Ohh… before I forget – do look out for this piece of paper if you intend to visit both the Wind and Ice caves. You can use it to collect souvenir ink stamps from each of the caves, then when you’re done, present it at the 森の駅「風穴」 gift shop to collect a free souvenir.

The staff at the gift shop will then stamp it with a cute Totoro inkstamp and present you with 2 souvenir postcards. These were what I received:

Overall, I thought the Ice Cave was much better than the Wind Cave as there wasn’t much to be seen in the latter. However, I wouldn’t recommend young children or senior folks with mobility issues to visit the Ice Cave as it is a little tricky to navigate at certain sections of the cave, plus there are lots of stairs! Be prepared to bend over and walk at a 90 degree angle at some sections or get down and walk like a duck at the low and narrow sections.

Wear comfortable covered walking shoes, ensure you have sufficient clothing on to combat the cold temperature but try not to wear your best clothes as you may get mud over them! In addition, do not bring any heavy or bulky items as they will hinder your movement in the cave. We left our backpacks in one of the coin lockers at the Lake Kawaguchiko train station and never regretted our decision to do so as we were then able to move around freely.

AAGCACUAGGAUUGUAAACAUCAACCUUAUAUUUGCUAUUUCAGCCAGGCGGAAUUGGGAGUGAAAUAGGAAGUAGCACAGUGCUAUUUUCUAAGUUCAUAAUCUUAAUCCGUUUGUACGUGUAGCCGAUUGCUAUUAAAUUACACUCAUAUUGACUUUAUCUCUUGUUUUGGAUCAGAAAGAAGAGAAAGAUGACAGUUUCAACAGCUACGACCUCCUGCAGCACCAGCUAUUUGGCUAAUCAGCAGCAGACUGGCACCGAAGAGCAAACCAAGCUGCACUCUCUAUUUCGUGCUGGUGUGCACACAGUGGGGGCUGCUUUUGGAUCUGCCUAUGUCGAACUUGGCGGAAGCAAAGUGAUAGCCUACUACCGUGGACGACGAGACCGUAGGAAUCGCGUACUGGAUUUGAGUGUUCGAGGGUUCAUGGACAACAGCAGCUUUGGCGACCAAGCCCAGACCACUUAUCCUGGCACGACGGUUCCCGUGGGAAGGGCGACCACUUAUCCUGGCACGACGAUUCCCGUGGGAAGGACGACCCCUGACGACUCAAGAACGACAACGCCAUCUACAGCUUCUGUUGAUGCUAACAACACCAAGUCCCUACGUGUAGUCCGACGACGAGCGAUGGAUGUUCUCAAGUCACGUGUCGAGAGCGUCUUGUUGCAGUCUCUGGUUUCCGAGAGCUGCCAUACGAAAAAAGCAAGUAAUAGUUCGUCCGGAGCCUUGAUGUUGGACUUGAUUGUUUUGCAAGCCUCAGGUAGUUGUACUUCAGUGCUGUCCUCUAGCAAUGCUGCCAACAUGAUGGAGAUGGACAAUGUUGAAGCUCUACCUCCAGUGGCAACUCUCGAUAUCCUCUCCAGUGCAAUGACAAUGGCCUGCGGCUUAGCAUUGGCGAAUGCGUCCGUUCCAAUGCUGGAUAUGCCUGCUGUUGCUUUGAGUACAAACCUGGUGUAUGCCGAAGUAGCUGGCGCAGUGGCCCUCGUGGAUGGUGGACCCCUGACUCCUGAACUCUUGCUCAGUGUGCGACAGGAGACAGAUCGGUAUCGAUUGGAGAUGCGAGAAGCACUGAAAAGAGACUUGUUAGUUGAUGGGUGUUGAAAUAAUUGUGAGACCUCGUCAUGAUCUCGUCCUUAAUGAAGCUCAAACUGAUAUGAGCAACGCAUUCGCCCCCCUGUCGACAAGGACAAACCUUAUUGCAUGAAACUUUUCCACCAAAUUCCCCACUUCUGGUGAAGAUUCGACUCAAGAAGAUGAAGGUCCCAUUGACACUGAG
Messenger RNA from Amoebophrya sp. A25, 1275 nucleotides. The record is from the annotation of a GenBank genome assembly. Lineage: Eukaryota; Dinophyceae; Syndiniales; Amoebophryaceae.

If you don’t have time to visit both caves, without any hesitation, I will advise you to go for the Ice Cave! ^_^


Wind Cave: 2068-1 Aokigahara, Saiko, Fuji-Kawaguchiko-cho, Minami-Tsuru-gun, Yamanashi 401-0332, Japan.
Ice Cave: 8533 Narusawa-mura, Minami-Tsuru-gun, Yamanashi 401-0320, Japan.

Website: http://www.mtfuji-cave.com/

Opening Hours:
The hours differ according to the season. During the month of my visit, the operating hours were as follows:
Mon-Fri:  9:00~17:30
Sat, Sun & Public Holidays:  9:00~17:30
Last admission is 15 min before closing.

Admission Fee (for each cave):
Adult: ¥290
Child: ¥140

Discount Coupons:  These can be printed out from their website or you can get hardcopy coupons from the Lake Kawaguchiko Tourist Information Office and other tourist attractions or hotels.

However, if you buy the 2-cave ticket option, it costs the same as buying 2 separate tickets for each cave using the discount coupon.

Wind Cave: 0555-85-2300
Ice Cave: 0555-85-2301
For Guided Tour: 0555-85-3089

Getting There:
From Lake Kawaguchiko station, take the Retro Bus – Green Line which goes to Lake Saiko. This was the bus schedule when I visited. You may want to get the latest one from the Tourist Information Center at Lake Kawaguchiko.

It is cheaper to buy a 2-day Retro bus pass as a single trip will cost about ¥700 per adult.

This is the bus stop for the Fugaku Wind Cave.